While E3 ('Candidates will be tested
by oral academic examination') is more precise than EO, we cannot
thereby conclude that it is completely precise. Full or perfect
precision is doubtless an ideal for such symbol users are mathematicians,
logicians and computer-programmme designers and may be attainable
in certain cases even outside such stringent thought systems. Generally,
however, one will need only to demonstrate sufficient precision
of language usage in practice, which is to say in respect of particular
communications situations. The standard of sufficiency is set by the
principle of sufficient precision. This requires that recipients interpret
the origin expression as making the same assertion as did the communicator.
The 'intended depth of meaning' of a communicator's assertion refers
to the exact assertion that it was the communicator's intention to
convey. This assumes that the communicator did have a clear assertion
in mind, of course. If so, the expression is only sufficiently precise
when it is not likely to convey any other meaning than just that assertion.
Since one cannot 'look into the mind' of other communicators than
oneself, the intended depth of meaning of an expression can only be
assessed by means of common sense, general experience and knowledge
pertinent to the communication situations involved.
The following example illustrates increasing levels of 'depth of intended meaning' as expressed through increasingly more precise expressions:-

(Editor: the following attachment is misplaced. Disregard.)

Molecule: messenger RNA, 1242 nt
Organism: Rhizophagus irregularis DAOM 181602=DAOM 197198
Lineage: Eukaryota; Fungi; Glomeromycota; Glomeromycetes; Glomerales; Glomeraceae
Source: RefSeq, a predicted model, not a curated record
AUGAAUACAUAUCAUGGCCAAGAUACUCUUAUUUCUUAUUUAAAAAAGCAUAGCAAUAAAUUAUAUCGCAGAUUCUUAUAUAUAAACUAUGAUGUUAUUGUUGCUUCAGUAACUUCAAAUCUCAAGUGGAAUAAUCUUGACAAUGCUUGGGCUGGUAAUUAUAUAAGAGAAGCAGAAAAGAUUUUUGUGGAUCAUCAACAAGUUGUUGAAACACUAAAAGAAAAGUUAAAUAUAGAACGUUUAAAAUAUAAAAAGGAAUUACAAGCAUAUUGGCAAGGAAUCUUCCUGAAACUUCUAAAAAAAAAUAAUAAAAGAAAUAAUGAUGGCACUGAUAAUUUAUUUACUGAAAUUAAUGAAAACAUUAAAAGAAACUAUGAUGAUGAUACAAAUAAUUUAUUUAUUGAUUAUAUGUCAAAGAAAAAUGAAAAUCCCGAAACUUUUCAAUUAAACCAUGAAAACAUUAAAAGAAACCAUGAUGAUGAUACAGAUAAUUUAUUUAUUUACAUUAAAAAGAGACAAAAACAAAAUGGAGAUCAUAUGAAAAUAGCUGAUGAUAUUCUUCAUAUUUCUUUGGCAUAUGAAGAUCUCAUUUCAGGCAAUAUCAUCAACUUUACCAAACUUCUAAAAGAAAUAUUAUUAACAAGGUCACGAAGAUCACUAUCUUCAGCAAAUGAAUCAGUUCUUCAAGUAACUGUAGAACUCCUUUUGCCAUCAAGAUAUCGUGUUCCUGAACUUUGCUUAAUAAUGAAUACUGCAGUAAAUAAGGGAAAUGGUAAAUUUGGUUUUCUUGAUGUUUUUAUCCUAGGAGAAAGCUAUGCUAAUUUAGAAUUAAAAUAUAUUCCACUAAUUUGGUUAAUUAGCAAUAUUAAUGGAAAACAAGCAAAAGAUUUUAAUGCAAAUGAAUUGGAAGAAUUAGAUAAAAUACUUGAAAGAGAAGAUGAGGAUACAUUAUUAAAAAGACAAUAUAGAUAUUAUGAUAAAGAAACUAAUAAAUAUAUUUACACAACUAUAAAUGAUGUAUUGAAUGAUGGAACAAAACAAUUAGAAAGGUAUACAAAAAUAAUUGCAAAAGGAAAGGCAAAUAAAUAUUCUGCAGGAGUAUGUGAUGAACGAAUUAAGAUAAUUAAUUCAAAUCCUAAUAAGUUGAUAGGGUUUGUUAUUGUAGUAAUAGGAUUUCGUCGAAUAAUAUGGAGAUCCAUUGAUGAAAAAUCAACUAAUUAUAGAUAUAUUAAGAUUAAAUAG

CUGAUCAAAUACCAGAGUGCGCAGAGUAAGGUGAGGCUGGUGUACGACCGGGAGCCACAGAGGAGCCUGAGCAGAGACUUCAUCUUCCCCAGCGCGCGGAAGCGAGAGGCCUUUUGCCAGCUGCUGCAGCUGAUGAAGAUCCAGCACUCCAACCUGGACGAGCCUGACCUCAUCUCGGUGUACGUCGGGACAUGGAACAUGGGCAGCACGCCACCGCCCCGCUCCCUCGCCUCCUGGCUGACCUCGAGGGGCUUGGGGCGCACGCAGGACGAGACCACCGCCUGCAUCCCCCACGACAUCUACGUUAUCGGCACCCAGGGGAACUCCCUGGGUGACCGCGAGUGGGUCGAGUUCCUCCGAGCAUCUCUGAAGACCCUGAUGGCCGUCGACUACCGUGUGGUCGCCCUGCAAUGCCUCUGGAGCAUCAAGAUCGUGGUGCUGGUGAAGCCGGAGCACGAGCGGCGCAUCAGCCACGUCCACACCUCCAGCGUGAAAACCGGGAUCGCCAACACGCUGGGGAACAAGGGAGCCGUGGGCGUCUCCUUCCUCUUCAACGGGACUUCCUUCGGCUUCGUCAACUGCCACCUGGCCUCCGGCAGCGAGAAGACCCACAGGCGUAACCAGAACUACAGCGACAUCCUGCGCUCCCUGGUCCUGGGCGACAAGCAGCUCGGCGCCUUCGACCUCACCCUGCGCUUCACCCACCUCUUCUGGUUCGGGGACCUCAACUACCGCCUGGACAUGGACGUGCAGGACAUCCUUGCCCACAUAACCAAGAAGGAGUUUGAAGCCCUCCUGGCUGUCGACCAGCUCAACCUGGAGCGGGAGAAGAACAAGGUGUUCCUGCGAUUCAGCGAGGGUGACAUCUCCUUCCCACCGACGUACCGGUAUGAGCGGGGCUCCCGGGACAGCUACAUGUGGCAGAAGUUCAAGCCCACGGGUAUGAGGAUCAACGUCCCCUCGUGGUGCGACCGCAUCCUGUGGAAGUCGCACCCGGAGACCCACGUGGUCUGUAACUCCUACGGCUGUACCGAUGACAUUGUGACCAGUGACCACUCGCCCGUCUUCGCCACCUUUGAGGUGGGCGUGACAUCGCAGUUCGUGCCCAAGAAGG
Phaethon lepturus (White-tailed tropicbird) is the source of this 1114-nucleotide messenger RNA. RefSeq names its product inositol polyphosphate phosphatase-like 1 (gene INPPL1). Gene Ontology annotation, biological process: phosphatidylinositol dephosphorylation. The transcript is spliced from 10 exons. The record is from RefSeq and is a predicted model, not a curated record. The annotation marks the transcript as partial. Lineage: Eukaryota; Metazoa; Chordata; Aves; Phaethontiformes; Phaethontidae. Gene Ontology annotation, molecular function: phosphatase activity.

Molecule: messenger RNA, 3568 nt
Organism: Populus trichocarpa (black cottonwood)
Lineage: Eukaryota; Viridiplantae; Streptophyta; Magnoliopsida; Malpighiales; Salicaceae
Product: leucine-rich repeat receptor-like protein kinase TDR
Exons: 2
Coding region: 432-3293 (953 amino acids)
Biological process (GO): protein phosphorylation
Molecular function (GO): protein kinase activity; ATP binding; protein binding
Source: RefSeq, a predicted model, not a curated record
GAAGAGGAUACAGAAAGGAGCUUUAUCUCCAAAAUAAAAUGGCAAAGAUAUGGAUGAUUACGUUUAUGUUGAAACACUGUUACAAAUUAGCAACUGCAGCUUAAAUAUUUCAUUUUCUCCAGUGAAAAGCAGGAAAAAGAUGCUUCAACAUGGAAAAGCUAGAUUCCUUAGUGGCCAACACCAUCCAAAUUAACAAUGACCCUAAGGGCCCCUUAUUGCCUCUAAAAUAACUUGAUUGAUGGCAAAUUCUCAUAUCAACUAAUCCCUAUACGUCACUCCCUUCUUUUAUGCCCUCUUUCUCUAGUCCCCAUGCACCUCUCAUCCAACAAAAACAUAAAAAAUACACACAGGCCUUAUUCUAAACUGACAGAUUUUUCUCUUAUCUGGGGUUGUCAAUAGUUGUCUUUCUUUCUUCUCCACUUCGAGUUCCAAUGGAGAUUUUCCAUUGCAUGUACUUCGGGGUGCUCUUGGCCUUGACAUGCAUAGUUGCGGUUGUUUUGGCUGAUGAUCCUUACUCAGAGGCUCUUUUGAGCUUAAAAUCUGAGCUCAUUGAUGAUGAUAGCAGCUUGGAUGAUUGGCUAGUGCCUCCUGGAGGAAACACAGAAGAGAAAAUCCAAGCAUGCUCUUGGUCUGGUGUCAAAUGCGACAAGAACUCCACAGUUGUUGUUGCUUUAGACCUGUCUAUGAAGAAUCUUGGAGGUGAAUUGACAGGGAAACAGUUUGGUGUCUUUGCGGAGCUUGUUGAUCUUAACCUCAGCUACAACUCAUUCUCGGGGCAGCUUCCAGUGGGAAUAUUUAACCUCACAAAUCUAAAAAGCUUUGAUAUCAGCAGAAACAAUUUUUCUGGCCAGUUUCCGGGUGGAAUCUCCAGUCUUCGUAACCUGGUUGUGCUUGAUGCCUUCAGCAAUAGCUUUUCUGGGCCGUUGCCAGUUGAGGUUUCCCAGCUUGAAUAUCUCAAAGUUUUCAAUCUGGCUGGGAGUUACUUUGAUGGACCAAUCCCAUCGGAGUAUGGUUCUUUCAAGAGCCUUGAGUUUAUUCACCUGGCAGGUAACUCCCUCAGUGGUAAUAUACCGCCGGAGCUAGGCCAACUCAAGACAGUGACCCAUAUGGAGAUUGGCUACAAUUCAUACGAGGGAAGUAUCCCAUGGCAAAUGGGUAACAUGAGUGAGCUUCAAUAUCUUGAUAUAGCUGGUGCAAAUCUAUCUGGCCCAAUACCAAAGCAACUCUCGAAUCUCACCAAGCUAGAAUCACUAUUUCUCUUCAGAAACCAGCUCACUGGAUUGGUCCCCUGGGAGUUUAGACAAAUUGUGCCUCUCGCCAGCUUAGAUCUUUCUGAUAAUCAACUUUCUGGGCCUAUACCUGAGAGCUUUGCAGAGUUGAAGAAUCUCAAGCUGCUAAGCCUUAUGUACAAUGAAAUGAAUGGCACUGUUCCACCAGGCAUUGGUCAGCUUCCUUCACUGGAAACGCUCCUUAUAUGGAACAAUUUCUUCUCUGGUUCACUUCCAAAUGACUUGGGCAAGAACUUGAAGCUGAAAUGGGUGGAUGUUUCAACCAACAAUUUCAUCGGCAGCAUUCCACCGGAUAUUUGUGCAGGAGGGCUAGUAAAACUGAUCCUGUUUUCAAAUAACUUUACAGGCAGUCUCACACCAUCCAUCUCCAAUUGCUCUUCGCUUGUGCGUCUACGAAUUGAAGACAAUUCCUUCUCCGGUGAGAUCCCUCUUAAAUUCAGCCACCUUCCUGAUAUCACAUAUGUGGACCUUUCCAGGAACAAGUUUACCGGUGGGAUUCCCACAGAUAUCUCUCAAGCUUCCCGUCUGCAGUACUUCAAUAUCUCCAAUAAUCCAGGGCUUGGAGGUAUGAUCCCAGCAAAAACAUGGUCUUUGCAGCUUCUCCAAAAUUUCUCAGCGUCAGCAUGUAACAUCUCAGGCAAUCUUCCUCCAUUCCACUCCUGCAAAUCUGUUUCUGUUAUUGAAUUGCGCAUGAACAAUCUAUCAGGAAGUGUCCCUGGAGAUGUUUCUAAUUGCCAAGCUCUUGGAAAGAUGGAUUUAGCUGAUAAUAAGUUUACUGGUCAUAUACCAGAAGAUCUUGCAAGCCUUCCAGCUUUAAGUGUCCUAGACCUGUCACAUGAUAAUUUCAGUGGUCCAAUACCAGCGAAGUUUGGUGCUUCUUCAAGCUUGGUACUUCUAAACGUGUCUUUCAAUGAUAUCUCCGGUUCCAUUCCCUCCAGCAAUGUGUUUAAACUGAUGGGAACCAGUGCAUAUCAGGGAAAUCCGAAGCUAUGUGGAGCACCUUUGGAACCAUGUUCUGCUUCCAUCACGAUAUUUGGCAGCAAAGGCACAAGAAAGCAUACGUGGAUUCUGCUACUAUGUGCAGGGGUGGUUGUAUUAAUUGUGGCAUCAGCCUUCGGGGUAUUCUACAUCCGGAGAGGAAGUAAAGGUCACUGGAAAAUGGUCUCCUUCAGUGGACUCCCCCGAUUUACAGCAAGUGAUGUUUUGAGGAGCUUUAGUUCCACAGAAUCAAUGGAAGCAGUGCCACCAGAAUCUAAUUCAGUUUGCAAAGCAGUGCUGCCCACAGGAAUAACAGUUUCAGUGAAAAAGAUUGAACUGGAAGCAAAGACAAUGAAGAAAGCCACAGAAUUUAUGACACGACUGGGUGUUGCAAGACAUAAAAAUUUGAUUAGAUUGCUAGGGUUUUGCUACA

EO 'There will be a political majority in favour of full nuclear disarmament'.
El 'There will be a parliamentary majority in favour of full nuclear disarmament'.
(El is more precise than EO because 'political majority' could also be interpreted as 'over 50% of eligible voters', which is not always a guarantee of parliamentary majority).
El a 'There will be a constitutionally-representative parliamentary majority in favour of full nuclear disarmament' (El a) is more precise than E1 because 'parliamentary majority' could also be interpreted as 'a parliamentary majority based upon and unconstitutional system of electoral representation')
El b 'There will be a constitutionally-representative parliamentary majority behind which at least 50% of all voters clearly stand in favour of full nuclear disarmament.' El b is more precise than all the foregoing expressions, for it can be shown that El a can have other interpretations than El such as El a2 'There will be a constitutionally-representative parliamentary majority (even without a genuine voter majority) in favour of full nuclear disarmament.'
The term 'political majority' is obviously a general term, while 'parliamentary majority' is also general. '. Which is the more general is highly arguable, for it may occur that a parliamentary majority is greater than a political majority in some connections, even though at first, glance 'political' seems, more general than 'parliamentary', That the above examples of interpretations are increasingly more precise than EO can be seen by considering the fact that, in each case, exactly the same number of parliamentary votes could be involved. Therefore each of the terms of varying levels of precision could include the same class or main state of affairs.